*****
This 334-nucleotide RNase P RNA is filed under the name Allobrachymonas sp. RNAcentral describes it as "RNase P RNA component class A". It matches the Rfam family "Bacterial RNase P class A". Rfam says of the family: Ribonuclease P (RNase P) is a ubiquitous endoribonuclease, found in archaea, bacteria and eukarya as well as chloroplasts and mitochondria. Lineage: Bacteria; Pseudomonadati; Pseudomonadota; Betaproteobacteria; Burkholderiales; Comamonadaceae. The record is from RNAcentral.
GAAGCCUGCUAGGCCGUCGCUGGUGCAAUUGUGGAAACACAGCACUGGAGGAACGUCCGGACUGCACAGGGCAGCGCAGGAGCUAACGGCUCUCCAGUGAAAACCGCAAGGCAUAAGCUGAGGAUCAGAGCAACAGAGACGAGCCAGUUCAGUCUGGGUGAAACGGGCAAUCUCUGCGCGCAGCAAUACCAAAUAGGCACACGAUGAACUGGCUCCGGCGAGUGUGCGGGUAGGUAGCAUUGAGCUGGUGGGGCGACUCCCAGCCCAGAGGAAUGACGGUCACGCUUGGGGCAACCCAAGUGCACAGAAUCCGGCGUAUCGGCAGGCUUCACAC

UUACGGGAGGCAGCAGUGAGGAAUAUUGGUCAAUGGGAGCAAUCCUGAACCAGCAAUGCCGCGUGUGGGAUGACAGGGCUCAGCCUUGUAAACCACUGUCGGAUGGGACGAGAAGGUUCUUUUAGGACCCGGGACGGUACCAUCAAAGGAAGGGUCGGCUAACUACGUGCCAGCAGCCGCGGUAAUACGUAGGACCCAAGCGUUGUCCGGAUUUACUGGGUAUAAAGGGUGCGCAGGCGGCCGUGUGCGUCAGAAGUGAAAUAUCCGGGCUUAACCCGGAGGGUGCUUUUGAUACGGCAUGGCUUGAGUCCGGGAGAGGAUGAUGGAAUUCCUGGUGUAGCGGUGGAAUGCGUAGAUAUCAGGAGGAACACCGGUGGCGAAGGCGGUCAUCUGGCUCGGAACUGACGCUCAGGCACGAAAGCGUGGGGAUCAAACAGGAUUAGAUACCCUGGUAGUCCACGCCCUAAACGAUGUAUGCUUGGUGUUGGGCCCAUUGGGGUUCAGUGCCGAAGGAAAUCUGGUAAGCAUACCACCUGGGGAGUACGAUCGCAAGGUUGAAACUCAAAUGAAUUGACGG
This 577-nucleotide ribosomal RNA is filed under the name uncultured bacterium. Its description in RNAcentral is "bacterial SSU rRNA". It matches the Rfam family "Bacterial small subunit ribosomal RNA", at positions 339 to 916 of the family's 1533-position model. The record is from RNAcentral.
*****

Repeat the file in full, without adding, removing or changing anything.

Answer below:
This 334-nucleotide RNase P RNA is filed under the name Allobrachymonas sp. RNAcentral describes it as "RNase P RNA component class A". It matches the Rfam family "Bacterial RNase P class A". Rfam says of the family: Ribonuclease P (RNase P) is a ubiquitous endoribonuclease, found in archaea, bacteria and eukarya as well as chloroplasts and mitochondria. Lineage: Bacteria; Pseudomonadati; Pseudomonadota; Betaproteobacteria; Burkholderiales; Comamonadaceae. The record is from RNAcentral.
GAAGCCUGCUAGGCCGUCGCUGGUGCAAUUGUGGAAACACAGCACUGGAGGAACGUCCGGACUGCACAGGGCAGCGCAGGAGCUAACGGCUCUCCAGUGAAAACCGCAAGGCAUAAGCUGAGGAUCAGAGCAACAGAGACGAGCCAGUUCAGUCUGGGUGAAACGGGCAAUCUCUGCGCGCAGCAAUACCAAAUAGGCACACGAUGAACUGGCUCCGGCGAGUGUGCGGGUAGGUAGCAUUGAGCUGGUGGGGCGACUCCCAGCCCAGAGGAAUGACGGUCACGCUUGGGGCAACCCAAGUGCACAGAAUCCGGCGUAUCGGCAGGCUUCACAC

UUACGGGAGGCAGCAGUGAGGAAUAUUGGUCAAUGGGAGCAAUCCUGAACCAGCAAUGCCGCGUGUGGGAUGACAGGGCUCAGCCUUGUAAACCACUGUCGGAUGGGACGAGAAGGUUCUUUUAGGACCCGGGACGGUACCAUCAAAGGAAGGGUCGGCUAACUACGUGCCAGCAGCCGCGGUAAUACGUAGGACCCAAGCGUUGUCCGGAUUUACUGGGUAUAAAGGGUGCGCAGGCGGCCGUGUGCGUCAGAAGUGAAAUAUCCGGGCUUAACCCGGAGGGUGCUUUUGAUACGGCAUGGCUUGAGUCCGGGAGAGGAUGAUGGAAUUCCUGGUGUAGCGGUGGAAUGCGUAGAUAUCAGGAGGAACACCGGUGGCGAAGGCGGUCAUCUGGCUCGGAACUGACGCUCAGGCACGAAAGCGUGGGGAUCAAACAGGAUUAGAUACCCUGGUAGUCCACGCCCUAAACGAUGUAUGCUUGGUGUUGGGCCCAUUGGGGUUCAGUGCCGAAGGAAAUCUGGUAAGCAUACCACCUGGGGAGUACGAUCGCAAGGUUGAAACUCAAAUGAAUUGACGG
This 577-nucleotide ribosomal RNA is filed under the name uncultured bacterium. Its description in RNAcentral is "bacterial SSU rRNA". It matches the Rfam family "Bacterial small subunit ribosomal RNA", at positions 339 to 916 of the family's 1533-position model. The record is from RNAcentral.